Circuitry 20, comprising adder 28 and D flip-flop 30 (cooperative with an inverter 46 in circuitry 18) “decides” if AND gate 40 should be enabled or not, i.e., if the PWM output pulse should be “normal” or “stretched”. The operation of circuitry 20 for making the “decision” is described above with reference to FIG. 3.

In summary, the present invention is described above in terms of a preferred and other embodiments. The invention is not limited, however, by the embodiments described and depicted. Rather, the invention is limited only by the claims appended hereto.

Claims

1. A pulse width modulation method, for controlling the output of an RF power supply for a gas discharge laser, comprising:

delivering a train of digital pulses having a predetermined number of pulses therein to the RF power supply, each pulse in the train having an incrementally variable duration;
arranging the power supply to deliver a train of RF pulses corresponding in number and duration to the train of digital pulses received, the train of RF pulses having an average power dependent on the duration of the RF pulse train and an aggregate duration of pulses in the train; and
incrementally varying the duration of one or more, but less than all, of the digital pulses in the train thereof to selectively vary the average power in the corresponding RF pulse train wherein the duration of the digital pulses is controlled by pulses delivered by a digital clock having a clock-cycle period, and wherein the variation of the duration of individual pulses is a multiple of one clock cycle period.

2. The method of claim 1, wherein the duration of a plurality of pulses in the train thereof is incrementally varied and the incrementally varied pulses are distributed about evenly in the train.

3. The method of claim 1, wherein pulses in the digital train of pulses have a basic duration of one or more clock-cycle periods and the incremental variation of the duration of the one or more of the digital pulses is effected by increasing the duration of the one or more pulses by one or more clock-cycle periods.

4. The method of claim 3, wherein the duration of a plurality of pulses in the train thereof is incrementally increased, and wherein the incrementally increased duration pulses are distributed about evenly in the train.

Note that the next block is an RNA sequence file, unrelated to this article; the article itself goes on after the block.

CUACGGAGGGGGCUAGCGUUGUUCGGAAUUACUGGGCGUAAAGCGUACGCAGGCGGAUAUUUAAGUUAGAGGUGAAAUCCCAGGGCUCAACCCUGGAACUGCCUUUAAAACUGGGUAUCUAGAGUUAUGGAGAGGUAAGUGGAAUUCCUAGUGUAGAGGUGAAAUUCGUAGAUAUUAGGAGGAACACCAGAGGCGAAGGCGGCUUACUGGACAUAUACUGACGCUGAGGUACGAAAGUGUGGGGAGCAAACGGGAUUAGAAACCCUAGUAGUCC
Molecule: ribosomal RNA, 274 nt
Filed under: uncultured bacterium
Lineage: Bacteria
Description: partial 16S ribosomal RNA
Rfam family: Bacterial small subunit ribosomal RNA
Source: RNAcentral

5. The method of claim 4, wherein there are N pulses in the train thereof, the duration of N/M of the pulses where M is an integer divisible into N to provide an integer result and the duration of every Mth pulse in the train thereof is increased by one clock-cycle period.

6. The method of claim 5, wherein there are 256 pulses in the train thereof.

7. Gas discharge laser apparatus comprising, comprising:

a radio frequency power supply (RFPS) for exciting a gas discharge in the laser apparatus;
a pulse width modulator arranged to deliver repeated trains of digital pulses each of the trains having the same duration and the same predetermined number of pulses therein to the RFPS, each pulse in each of the trains having an incrementally variable duration, the RFPS being arranged to deliver a train of RF pulses corresponding in number and duration to the train of digital pulses received, each train of RF pulses having an average power dependent on the duration of the RF pulse train and an aggregate duration of pulses in the train; the power supply to; and
wherein the average power in any one of the pulse trains delivered by the RFPS relative to another can be selectively varied by incrementally varying the of duration of one or more, but less than all, of the digital pulses in the corresponding train thereof wherein the duration of the digital pulses is controlled by pulses delivered by a digital clock having a clock-cycle period, and wherein the variation of the duration of individual pulses is a multiple of one clock cycle period.

8. The apparatus of claim 7, wherein if the duration of a plurality of pulses in the train thereof is incrementally varied, the incrementally varied pulses are distributed about evenly in the train.

9. The apparatus of claim 7, wherein pulses in the digital train of pulses have a basic duration of one or more clock-cycle periods and the incremental variation of the duration of the one or more of the digital pulses is increasing the duration of the one or more pulses by one or more clock-cycle periods.

10. The apparatus of claim 9, wherein the duration of a plurality of pulses in the train thereof is incrementally increased, and wherein the incrementally-increased-duration pulses are distributed about evenly in the train.